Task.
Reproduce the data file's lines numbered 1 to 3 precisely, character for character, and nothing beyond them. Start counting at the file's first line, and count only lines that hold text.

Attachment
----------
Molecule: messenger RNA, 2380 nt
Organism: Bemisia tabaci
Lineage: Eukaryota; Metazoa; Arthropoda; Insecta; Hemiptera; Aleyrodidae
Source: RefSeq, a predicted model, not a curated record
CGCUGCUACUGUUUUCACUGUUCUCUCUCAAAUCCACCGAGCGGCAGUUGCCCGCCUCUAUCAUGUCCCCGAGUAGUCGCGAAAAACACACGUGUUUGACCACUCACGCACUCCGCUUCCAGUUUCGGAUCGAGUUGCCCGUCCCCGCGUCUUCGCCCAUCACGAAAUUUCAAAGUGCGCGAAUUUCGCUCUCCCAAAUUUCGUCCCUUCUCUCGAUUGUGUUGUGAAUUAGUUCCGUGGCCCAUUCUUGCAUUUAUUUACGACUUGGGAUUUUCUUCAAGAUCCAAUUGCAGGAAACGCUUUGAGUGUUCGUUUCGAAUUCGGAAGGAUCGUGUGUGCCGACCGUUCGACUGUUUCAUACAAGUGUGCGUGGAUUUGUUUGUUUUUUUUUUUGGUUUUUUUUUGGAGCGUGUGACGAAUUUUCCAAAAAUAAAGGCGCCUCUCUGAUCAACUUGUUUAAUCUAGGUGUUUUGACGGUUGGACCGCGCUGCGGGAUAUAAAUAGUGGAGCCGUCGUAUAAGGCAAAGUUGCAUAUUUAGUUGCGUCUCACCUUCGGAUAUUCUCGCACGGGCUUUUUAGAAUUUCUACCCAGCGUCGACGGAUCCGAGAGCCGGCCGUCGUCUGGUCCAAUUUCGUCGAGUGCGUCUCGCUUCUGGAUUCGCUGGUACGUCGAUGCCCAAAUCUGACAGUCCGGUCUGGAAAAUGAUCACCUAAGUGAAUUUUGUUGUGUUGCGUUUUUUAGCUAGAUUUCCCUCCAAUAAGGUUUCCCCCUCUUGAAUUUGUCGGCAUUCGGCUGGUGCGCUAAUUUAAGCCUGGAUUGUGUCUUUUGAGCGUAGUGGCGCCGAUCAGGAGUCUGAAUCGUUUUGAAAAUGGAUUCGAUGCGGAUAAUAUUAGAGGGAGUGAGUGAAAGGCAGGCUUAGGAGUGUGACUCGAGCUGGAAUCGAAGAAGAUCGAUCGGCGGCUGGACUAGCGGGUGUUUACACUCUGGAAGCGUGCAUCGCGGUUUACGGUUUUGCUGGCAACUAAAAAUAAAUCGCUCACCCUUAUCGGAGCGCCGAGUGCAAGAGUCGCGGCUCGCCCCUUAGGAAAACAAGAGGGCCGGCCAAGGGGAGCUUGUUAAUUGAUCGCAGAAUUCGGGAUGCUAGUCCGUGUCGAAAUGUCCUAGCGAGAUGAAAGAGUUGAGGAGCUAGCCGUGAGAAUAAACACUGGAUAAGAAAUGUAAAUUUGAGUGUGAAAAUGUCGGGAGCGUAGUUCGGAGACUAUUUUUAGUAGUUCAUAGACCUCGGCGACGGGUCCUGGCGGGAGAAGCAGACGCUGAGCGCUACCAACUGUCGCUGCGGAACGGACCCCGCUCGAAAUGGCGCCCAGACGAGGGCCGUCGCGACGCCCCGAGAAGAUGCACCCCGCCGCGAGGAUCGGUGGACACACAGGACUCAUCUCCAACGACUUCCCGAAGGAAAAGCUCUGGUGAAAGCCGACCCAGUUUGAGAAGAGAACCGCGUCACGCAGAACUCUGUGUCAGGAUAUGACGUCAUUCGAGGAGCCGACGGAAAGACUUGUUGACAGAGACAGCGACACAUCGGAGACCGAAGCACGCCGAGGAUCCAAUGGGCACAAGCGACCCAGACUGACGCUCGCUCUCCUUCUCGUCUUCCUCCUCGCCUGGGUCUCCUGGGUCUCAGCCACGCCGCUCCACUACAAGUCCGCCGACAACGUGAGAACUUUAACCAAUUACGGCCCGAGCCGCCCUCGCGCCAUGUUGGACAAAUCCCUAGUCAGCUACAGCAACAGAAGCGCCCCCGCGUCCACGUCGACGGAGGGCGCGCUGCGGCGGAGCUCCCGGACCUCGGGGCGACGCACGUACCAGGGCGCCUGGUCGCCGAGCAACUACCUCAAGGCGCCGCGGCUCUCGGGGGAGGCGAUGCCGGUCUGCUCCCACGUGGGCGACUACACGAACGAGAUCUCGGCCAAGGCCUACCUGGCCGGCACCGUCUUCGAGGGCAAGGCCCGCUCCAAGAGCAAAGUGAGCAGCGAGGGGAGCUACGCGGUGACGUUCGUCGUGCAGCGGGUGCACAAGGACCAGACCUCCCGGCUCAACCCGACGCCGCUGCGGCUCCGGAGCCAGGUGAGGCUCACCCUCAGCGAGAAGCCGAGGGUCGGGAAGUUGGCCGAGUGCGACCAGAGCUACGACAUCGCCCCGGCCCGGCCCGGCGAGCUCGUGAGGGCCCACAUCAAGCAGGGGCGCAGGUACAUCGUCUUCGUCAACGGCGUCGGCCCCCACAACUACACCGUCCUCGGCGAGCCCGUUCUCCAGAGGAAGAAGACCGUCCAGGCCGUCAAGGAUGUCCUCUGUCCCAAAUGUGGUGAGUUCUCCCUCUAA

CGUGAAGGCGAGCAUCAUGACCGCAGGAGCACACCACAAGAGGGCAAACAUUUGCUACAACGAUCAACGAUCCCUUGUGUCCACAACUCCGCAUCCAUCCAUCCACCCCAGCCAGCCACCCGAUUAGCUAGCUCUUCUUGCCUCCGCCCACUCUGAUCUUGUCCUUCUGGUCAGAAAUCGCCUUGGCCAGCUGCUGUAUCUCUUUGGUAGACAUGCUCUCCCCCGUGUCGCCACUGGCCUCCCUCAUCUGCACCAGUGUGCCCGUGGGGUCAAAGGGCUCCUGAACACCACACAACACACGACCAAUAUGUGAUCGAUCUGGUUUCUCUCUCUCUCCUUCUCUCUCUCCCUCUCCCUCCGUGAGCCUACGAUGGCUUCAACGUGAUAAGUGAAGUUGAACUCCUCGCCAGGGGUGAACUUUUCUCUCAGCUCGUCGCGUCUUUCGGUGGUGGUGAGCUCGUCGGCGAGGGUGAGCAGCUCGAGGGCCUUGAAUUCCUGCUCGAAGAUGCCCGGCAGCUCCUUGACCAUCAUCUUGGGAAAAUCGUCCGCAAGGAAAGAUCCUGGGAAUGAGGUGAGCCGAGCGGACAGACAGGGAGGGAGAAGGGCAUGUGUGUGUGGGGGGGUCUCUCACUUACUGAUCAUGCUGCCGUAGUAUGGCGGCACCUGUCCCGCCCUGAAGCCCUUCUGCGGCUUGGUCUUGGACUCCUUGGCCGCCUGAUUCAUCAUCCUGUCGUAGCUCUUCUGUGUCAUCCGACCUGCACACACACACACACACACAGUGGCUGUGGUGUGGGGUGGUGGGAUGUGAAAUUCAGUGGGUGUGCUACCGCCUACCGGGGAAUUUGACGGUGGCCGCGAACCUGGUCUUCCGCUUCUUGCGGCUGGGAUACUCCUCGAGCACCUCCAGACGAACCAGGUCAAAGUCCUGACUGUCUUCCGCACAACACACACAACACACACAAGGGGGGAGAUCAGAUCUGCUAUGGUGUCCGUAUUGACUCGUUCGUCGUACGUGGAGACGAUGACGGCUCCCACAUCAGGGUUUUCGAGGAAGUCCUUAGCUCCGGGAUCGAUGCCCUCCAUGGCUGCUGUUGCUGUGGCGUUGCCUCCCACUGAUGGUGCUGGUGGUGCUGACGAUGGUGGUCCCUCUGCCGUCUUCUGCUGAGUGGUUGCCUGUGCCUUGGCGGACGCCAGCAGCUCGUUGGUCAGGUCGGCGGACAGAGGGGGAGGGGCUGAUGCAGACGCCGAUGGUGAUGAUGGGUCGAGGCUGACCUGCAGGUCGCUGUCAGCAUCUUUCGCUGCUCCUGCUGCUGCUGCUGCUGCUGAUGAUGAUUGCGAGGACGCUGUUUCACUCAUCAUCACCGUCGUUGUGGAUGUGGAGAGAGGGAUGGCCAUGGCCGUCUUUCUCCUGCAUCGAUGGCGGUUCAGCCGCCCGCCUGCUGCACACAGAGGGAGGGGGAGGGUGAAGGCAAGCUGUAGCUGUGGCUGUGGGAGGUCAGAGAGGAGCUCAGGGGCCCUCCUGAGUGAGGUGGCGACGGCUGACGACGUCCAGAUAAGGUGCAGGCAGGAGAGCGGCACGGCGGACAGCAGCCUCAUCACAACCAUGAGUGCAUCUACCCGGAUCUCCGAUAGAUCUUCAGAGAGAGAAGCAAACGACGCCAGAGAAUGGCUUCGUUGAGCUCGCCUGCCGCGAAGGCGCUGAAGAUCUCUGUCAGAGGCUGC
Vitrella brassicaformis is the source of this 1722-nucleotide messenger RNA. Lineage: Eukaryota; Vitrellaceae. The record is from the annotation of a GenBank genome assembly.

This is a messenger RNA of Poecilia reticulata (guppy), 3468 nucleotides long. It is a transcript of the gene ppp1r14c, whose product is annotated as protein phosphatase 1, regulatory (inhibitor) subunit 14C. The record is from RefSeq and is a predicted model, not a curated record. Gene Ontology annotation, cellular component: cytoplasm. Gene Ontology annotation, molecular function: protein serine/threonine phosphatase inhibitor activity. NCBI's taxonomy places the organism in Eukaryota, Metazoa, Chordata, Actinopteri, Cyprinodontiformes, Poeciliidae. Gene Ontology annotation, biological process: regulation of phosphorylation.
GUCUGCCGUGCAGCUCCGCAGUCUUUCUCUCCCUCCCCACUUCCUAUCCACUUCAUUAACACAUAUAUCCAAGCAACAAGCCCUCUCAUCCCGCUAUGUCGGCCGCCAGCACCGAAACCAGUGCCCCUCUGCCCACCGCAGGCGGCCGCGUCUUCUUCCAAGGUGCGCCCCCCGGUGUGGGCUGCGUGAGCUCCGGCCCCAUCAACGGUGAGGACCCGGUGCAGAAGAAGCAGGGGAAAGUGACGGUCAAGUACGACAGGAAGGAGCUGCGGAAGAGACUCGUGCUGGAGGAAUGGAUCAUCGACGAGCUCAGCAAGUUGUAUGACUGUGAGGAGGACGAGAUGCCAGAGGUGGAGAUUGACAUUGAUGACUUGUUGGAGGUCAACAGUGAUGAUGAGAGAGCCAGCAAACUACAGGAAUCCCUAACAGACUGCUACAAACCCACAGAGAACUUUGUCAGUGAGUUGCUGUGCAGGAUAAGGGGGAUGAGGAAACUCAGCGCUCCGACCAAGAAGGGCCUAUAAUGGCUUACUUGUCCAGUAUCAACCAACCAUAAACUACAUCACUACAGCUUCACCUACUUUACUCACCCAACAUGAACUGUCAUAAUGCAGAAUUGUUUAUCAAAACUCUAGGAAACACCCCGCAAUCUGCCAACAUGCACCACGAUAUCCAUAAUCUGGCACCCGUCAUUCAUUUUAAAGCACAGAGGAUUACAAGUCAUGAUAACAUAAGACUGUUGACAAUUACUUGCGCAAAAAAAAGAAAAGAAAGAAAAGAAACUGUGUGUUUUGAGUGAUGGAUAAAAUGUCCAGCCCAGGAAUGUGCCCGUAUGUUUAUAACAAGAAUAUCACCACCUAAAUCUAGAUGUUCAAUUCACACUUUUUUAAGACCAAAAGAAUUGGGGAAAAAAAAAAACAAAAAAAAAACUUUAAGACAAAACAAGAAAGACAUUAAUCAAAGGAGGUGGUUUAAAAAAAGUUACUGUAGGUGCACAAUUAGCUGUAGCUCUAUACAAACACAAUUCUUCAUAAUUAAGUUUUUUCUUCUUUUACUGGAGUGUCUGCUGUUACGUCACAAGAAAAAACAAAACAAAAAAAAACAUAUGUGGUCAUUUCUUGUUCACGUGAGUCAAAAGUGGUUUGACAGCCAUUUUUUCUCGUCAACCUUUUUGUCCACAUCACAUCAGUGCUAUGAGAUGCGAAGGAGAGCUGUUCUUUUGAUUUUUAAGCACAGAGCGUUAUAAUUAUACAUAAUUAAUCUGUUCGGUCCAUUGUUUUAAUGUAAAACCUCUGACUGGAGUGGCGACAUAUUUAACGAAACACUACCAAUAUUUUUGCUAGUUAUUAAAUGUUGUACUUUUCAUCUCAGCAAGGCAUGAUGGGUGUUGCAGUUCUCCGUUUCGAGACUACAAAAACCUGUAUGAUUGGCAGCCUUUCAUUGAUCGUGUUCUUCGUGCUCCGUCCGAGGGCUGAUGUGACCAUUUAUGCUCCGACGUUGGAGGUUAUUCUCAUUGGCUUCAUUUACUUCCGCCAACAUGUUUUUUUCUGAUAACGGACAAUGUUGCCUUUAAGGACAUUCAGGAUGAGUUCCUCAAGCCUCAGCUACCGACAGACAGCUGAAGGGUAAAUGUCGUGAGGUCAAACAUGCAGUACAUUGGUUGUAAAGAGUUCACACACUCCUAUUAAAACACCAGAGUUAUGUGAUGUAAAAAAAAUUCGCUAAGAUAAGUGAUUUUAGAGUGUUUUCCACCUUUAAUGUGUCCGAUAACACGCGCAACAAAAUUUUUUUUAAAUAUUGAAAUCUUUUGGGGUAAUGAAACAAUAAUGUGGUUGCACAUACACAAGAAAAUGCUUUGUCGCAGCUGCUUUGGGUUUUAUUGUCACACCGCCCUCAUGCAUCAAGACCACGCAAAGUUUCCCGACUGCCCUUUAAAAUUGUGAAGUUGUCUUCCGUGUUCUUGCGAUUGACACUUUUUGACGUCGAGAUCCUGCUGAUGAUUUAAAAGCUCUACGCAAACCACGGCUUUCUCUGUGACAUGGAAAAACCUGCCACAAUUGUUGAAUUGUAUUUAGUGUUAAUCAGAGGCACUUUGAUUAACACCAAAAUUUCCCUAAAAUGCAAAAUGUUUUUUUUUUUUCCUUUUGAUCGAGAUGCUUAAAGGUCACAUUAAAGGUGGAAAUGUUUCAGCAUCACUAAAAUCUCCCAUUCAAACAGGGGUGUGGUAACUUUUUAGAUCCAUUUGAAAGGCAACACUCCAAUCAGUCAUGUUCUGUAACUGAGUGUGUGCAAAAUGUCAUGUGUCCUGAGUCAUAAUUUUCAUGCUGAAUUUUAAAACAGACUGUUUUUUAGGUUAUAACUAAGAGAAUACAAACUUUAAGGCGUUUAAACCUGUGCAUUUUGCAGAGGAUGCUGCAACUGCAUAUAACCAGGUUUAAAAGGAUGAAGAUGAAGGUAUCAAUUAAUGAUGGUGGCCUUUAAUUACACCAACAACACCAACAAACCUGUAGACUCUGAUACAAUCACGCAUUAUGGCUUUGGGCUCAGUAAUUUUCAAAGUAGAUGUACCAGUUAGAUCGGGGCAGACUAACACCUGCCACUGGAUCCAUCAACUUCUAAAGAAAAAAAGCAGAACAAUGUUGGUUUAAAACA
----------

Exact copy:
Molecule: messenger RNA, 2380 nt
Organism: Bemisia tabaci
Lineage: Eukaryota; Metazoa; Arthropoda; Insecta; Hemiptera; Aleyrodidae